Art and Piety in the Female Religious Communities of Renaissance Italy: Iconography, Space and the Religious Woman's Perspective available in Hardcover
- Pub. Date:
- Cambridge University Press
Art and Piety in the Female Religious Communitites of Renaissance Italy is the first systematic study of the function, character, and commissions of art created and used in conventual communities. Anabel Thomas challenges the received assumptions about art works in religious establishments populated by women, among them, that such communities contained few works of art; that these works did not have gender-specific qualities; and that religious women played no role in commissioning such imagery or in influencing its design and purpose. Through case studies, she establishes that in fact artistic imagery did figure prominently in conventual communities and she also identifies its various institutional roles. Based on archival findings that are published here for the first time, Thomas' groundbreaking study contributes to a growing literature that reexamines the role and influence of gender on religious imagery in the early modern period.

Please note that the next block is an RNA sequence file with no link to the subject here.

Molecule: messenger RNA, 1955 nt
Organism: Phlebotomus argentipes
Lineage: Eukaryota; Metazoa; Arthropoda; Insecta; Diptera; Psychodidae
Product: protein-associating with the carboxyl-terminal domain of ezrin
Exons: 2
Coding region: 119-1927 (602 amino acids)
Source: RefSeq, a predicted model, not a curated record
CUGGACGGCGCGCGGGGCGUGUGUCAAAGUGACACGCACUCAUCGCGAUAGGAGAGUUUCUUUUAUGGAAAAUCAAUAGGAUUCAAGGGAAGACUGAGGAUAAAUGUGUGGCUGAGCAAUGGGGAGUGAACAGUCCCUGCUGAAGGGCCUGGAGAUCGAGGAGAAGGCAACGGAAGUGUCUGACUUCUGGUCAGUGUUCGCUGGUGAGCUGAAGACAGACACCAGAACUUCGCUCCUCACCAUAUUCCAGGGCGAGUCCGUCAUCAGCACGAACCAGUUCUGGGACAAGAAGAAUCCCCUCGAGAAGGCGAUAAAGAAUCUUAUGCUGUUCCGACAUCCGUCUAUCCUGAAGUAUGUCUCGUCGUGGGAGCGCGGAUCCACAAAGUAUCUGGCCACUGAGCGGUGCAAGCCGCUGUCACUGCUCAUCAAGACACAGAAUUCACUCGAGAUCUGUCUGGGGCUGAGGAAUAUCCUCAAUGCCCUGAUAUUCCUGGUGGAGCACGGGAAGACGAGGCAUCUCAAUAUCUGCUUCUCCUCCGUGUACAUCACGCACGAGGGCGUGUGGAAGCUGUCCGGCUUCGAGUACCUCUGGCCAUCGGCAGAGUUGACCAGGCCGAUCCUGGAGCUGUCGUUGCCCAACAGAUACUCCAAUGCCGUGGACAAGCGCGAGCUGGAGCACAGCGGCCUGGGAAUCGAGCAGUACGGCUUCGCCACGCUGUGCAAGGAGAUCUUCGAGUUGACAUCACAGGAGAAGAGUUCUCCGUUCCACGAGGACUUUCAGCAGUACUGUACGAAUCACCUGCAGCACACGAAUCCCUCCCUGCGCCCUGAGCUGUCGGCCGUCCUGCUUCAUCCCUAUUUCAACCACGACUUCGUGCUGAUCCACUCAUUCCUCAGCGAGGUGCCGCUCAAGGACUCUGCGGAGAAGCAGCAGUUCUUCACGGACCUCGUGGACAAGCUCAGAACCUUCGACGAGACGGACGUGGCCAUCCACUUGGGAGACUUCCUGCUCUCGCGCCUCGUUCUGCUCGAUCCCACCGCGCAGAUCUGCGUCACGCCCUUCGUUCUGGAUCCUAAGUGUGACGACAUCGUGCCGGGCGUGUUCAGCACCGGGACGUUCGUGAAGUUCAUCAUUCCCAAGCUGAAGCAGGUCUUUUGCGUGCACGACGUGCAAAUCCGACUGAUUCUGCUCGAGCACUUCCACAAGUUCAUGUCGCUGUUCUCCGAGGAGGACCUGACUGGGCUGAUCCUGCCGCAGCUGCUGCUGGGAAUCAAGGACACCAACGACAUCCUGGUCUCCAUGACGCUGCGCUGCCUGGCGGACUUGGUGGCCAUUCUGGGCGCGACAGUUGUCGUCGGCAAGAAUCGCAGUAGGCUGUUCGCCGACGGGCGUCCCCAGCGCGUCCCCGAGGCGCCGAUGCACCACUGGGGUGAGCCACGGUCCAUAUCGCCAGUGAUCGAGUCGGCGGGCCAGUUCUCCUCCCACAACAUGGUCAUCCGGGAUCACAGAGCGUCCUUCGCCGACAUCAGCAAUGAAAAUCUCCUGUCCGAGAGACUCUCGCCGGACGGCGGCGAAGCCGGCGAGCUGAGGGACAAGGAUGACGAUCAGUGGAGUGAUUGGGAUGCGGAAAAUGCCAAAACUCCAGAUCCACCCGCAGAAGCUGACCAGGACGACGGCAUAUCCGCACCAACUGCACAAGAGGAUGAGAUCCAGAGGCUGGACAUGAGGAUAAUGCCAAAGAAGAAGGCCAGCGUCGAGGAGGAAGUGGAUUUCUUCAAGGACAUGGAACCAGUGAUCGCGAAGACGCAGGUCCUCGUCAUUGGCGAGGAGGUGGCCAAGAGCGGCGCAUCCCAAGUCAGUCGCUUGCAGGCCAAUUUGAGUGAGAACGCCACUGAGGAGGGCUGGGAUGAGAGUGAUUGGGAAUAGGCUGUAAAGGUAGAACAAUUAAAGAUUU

|Publisher:||Cambridge University Press|
|Product dimensions:||8.46(w) x 10.98(h) x 1.26(d)|
Table of ContentsPart I. The Social Function of the Institution: 1. Partial and impartial evidence; 2. Female religious communities characterized; 3. Issues of gender: an Augustinian view; Part II. The Spatial Dimension: 4. The architectural development of the conventual complex; 5. Plans - distinctions drawn in space; 6. Inventories and conventual chronicles - art recorded in space; 7. Visual distinctions and the demarcation of space; Part III. Art and Space: 8. Distinctive imagery in the private and public sphere; 9. Franciscan tertiaries (i); 10. Franciscan tertiaries (ii); 11. Tracking change in conventual imagery: images relocated and altered; 12. Re-assessment of conventual imagery: role of suppression documents; Part IV: 13. The politics of display; 14. A Dominican angle: San Domenico del Maglio in Florence; 15. Varying degrees of emphasis on titular saints; 16. The nature of gaze; 17. Hierarchies within the establishment: San Niccolò in Prato; 18. The resonance of time and experience: varying patterns of behaviour; 19. Communication; Part V. Perspectives on Conventual Patronage: 20. Commissioning bodies: insiders, outsiders and less familiar asides; 21. Frameworks of association.